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    A PUBLIC rally against reducing services at Daisy Hill Hospital will be held later this month. The event has been organised by the SOS Daisy Hill Committee (the new name for the Save Our Emergency Surgery Committee), and comes in the wake of the removal of stroke services and reports of Southern Trust proposals – included in a presentation to staff – that would reduce services in Newry and see the hospital’s bed numbers fall from 107 to 40.

    The rally on Sunday 25 June will begin at the city’s Marcus Square at 2pm, and there will also be a march to the nearby Daisy Hill.

    The committee hosted a packed public meeting in Newry last Wednesday, and took their protest to Department of Health headquarters at Stormont on Monday. Speaking after last week’s meeting, committee chairman Francis Gallagher said that they were organising another rally – following on from one in April – to show the Trust “how angry the communities of Newry, south Down and south Armagh are”, and “to allow our residents to vote with their feet regarding the reduction in medical services”. “I am calling on the communities in Newry, south Armagh and south Down, and residents from Louth, Monaghan and Cavan who use Daisy Hill Hospital services to please attend our rally,” he stated. “It is very important that as many people as possible attend this event. “We need to display our anger at the reduction in medical services at Daisy Hill Hospital. “I am saying, ‘Hands off Daisy Hill Hospital’.” Mr Gallagher confirmed that the change in the committee’s name “coincided with the announcement of draconian measures recommended by the Southern Trust to reduce medical services and reduce the number of patient beds”. “I was astounded at the anger displayed at the public meeting, regarding the recently announced reduction in medical services and inpatient beds at Daisy Hill Hospital, as people feel very worried,” he said. “I attended the public consultation on the proposed transfer of emergency surgery from Daisy Hill to Craigavon Area Hospital, at which major positive announcements were made on proposed future developments at Daisy Hill, and no mention was made about the recently detailed reduction in medical services. “I am shocked and dismayed by the actions of the Trust, which in my view have been very poorly thought-out and brings serious implications for the health of communities in Newry, south Down and south Armagh. “The lack of proper communication on the Trust’s proposals has shocked our community, and my heart goes out to the staff at the hospital, who have provided fantastic healthcare to our community for decades and find themselves in the complete dark regarding their future employment in the health sector.”

    He concluded that the committee will “do all we can to get these proposals stopped and allow time for proper consultation on these poorly thought-out actions”. In a statement, Trust chief executive Dr Maria O’Kane thanked “all colleagues who have been sharing suggestions on the proposals presented last week to keep medical inpatients safe, in light of our medical staffing issues at Daisy Hill Hospital”. “This is a very difficult time for staff, but we are encouraged by their enthusiasm to work with us to modernise and improve services for patients,” she said. “From late July, we will have limited substantive medical consultants working at Daisy Hill, and this could potentially impact on the number of other doctors we are allocated in August. “Our initial focus is to immediately stabilise staffing for the summer months in anticipation of a more permanent solution.” She added that, since last week, the Trust has “continued to develop and refine our plans as we have received more data and considered feedback from our own Trust staff and regional health and social care colleagues”. “Through these plans, we aim to prevent and reduce inpatient medical admissions by developing more same day emergency care and enhancing community services to better ensure that people who don’t need to be in hospital can be appropriately supported at home. “We will offer alternatives to inpatient medical admissions.” Dr O’Kane highlighted that the Trust has “asked for regional support with senior medical cover to stabilise staffing at Daisy Hill as an interim contingency measure, to mitigate immediate patient safety concerns and maintain onsite acute medical service provision”. “This would also help us to meet education requirements to support junior doctors,” she said. “We have also requested a project to address the ongoing workforce challenges faced by all local hospitals in Northern Ireland and secure their future as an important part of the regional acute hospital network.”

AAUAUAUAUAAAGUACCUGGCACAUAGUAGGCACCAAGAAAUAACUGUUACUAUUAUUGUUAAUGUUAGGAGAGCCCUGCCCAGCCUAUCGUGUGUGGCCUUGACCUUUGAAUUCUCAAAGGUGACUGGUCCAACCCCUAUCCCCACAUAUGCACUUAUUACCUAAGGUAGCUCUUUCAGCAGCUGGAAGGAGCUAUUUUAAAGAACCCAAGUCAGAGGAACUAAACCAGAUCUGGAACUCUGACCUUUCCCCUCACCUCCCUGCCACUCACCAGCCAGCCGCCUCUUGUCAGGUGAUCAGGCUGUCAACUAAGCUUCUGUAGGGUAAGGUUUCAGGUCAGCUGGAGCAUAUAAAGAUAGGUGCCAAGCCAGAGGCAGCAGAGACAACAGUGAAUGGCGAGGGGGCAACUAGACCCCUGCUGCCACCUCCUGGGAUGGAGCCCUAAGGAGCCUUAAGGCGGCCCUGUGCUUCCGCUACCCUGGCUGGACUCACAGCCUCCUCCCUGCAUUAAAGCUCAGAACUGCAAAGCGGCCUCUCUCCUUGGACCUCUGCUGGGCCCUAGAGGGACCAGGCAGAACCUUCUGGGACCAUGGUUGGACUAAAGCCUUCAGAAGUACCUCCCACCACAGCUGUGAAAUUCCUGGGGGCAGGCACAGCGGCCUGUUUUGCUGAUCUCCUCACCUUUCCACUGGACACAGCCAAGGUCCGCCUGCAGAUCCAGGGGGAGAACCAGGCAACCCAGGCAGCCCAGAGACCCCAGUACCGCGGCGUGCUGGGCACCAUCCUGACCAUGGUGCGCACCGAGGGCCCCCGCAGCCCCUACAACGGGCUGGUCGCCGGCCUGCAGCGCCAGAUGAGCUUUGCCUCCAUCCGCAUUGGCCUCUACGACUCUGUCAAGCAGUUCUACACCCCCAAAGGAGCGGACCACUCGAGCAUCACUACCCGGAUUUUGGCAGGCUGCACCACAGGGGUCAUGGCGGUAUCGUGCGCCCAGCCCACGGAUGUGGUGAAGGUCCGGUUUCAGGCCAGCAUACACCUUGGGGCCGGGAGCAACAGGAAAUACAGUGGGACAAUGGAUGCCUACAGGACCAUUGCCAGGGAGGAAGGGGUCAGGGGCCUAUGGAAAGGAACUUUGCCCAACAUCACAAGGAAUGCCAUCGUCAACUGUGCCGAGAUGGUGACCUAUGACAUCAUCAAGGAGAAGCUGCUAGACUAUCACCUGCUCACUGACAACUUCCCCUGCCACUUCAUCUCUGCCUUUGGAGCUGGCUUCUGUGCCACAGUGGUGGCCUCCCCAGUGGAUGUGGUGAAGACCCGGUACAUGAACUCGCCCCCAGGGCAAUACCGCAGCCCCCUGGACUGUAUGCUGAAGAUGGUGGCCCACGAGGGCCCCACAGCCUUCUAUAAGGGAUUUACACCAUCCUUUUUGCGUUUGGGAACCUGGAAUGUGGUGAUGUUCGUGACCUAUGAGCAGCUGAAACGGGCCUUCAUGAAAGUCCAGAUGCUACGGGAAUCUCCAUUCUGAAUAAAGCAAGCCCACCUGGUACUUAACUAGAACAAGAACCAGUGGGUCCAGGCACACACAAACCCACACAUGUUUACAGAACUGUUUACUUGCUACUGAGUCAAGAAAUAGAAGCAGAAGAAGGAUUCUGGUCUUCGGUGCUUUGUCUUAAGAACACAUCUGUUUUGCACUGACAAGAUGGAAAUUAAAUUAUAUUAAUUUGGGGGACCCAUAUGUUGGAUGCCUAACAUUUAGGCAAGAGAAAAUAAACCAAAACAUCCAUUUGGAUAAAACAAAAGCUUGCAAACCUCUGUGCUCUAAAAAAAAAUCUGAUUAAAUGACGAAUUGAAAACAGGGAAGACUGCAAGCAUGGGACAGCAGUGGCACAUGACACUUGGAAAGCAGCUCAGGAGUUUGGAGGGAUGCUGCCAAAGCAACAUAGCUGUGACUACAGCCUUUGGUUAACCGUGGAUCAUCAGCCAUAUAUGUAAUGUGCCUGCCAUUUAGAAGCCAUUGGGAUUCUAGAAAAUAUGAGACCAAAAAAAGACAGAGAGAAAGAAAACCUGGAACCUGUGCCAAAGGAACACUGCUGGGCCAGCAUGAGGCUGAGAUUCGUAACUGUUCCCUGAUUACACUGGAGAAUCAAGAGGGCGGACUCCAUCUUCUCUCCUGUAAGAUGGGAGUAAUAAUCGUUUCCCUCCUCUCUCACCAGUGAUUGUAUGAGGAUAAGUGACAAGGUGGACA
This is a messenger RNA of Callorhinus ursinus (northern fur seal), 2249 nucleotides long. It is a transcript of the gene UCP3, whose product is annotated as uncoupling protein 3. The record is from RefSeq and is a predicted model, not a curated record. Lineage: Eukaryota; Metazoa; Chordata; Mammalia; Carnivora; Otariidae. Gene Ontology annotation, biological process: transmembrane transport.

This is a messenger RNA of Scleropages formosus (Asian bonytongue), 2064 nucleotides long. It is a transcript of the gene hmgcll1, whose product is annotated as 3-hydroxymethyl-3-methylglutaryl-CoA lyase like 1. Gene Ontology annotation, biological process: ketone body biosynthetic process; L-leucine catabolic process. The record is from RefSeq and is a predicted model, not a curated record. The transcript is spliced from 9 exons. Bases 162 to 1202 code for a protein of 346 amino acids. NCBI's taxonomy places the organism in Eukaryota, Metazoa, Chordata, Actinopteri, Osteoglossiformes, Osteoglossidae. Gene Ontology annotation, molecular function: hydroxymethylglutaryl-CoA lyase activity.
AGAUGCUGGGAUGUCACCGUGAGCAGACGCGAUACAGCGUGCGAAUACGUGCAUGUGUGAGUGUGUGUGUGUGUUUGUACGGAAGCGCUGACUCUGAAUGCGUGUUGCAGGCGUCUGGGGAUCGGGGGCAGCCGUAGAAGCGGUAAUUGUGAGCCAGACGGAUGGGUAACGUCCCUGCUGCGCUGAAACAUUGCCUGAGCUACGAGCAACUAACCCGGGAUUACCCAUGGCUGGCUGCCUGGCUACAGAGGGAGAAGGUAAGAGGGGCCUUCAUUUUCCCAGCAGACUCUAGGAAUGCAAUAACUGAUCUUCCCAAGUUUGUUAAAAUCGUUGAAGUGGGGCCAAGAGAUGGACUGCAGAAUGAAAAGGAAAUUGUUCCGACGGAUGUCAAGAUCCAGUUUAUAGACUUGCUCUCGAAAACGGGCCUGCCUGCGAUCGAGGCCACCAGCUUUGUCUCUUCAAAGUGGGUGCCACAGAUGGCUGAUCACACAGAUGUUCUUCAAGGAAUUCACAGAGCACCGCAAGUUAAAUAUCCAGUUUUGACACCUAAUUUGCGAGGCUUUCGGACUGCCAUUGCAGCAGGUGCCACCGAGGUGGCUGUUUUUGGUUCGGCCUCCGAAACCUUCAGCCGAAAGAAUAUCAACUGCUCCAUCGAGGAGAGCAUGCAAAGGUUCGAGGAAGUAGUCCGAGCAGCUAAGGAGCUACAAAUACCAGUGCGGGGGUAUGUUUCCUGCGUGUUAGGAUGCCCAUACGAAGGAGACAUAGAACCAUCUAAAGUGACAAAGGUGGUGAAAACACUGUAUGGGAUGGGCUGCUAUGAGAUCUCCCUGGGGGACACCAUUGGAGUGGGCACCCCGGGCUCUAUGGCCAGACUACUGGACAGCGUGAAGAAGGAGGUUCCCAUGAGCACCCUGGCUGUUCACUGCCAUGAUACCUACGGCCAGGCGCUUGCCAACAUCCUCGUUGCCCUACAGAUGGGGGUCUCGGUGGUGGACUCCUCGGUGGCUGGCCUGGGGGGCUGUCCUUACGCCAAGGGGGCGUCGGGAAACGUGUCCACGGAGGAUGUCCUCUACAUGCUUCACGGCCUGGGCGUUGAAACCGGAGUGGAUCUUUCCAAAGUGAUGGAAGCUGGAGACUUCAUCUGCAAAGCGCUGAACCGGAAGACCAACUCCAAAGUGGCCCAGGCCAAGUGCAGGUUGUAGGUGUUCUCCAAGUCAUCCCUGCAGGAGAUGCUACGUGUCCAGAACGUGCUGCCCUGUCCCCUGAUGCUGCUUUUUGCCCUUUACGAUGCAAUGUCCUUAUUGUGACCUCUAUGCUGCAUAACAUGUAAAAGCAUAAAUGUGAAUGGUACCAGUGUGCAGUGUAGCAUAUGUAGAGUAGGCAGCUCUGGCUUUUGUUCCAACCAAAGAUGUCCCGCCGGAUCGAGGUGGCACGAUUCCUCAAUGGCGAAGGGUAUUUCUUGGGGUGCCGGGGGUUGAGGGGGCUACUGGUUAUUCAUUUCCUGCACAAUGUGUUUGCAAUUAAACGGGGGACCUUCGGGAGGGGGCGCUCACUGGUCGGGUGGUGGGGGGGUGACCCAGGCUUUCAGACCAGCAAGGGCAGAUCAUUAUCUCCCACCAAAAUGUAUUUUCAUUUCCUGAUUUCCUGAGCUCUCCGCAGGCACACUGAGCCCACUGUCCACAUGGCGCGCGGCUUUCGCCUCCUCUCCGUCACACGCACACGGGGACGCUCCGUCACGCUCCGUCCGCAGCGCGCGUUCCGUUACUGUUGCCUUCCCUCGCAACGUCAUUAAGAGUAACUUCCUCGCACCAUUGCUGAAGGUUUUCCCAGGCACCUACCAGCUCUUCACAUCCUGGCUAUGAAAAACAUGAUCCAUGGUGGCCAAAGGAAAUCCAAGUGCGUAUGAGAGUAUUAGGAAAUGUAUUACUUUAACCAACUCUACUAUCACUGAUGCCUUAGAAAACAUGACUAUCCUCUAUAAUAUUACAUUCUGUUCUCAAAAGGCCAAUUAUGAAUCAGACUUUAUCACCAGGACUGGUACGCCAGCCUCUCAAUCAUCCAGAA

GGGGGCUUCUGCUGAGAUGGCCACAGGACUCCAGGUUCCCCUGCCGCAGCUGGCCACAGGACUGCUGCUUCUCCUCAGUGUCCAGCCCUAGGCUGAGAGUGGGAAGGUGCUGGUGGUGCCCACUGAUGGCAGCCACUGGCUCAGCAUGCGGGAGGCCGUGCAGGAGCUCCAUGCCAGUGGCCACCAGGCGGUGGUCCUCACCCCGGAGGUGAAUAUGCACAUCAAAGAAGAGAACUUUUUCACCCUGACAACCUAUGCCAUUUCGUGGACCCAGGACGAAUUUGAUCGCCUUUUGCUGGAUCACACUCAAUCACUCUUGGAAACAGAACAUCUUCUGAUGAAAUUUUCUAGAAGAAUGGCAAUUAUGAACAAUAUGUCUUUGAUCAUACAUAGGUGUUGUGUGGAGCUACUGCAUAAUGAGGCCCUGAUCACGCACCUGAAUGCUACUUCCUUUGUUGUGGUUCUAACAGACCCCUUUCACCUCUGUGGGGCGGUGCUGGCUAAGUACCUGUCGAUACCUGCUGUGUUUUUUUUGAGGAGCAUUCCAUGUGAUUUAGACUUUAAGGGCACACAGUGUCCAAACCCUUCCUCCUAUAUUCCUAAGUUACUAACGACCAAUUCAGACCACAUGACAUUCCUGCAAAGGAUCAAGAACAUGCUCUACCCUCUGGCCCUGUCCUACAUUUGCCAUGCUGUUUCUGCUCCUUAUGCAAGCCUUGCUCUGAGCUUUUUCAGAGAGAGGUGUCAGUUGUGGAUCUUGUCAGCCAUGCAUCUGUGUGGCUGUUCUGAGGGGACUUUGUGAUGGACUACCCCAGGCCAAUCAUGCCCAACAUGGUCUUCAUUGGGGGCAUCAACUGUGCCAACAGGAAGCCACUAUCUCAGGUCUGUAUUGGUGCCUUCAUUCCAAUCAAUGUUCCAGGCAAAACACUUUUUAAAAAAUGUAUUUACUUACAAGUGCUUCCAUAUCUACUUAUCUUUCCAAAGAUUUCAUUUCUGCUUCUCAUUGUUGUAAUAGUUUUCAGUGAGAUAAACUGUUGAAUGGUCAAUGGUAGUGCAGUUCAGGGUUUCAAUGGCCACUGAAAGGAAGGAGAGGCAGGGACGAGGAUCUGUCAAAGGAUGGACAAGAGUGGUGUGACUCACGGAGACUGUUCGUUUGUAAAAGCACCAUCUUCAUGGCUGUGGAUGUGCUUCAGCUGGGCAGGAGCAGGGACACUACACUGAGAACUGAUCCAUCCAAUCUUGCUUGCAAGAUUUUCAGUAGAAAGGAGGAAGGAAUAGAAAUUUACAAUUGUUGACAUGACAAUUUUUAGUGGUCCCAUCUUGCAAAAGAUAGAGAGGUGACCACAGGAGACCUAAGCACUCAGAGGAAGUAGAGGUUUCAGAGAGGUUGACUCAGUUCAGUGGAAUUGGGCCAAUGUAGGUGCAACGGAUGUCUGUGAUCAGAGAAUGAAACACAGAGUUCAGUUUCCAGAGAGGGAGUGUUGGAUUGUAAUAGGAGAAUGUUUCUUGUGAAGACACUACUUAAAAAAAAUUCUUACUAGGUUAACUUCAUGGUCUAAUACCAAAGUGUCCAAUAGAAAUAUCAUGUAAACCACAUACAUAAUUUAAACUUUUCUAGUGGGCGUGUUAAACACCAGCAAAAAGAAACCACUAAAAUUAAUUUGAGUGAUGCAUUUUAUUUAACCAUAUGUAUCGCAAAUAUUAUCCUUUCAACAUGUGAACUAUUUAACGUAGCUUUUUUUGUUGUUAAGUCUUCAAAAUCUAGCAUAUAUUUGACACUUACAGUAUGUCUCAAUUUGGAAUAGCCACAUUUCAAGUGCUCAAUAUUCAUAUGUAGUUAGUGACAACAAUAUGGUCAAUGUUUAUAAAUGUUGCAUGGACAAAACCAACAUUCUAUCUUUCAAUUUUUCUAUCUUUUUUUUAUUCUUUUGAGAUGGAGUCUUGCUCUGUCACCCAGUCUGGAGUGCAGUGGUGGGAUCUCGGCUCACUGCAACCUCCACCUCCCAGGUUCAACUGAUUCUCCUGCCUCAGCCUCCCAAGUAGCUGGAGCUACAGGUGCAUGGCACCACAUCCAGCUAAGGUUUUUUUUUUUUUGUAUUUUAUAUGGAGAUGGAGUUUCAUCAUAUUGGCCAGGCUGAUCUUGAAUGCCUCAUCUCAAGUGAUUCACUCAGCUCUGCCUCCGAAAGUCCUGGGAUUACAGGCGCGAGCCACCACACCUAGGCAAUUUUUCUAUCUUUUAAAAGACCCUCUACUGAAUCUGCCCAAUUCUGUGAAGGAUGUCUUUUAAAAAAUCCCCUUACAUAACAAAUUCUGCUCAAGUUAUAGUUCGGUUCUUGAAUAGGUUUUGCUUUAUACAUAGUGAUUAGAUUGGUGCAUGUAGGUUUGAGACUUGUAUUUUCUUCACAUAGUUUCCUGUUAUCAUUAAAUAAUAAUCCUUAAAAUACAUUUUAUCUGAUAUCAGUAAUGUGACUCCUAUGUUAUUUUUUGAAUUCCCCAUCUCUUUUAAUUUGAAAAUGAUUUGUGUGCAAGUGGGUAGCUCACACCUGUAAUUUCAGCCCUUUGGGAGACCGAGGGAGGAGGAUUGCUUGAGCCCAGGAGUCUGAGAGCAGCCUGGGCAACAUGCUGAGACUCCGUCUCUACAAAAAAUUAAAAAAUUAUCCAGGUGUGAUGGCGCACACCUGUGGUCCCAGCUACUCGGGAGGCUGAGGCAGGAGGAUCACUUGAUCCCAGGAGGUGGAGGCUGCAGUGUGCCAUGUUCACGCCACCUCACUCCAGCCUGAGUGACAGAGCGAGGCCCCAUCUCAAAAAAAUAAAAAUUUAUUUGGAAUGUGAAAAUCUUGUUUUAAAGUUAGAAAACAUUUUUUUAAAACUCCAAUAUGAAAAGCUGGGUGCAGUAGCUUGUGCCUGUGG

The statement noted that the chief executive has “advised on all staff briefings and communication that no jobs will be lost, but there may be changes to the way we all work and, indeed, many opportunities through these new, innovative ways of working”.

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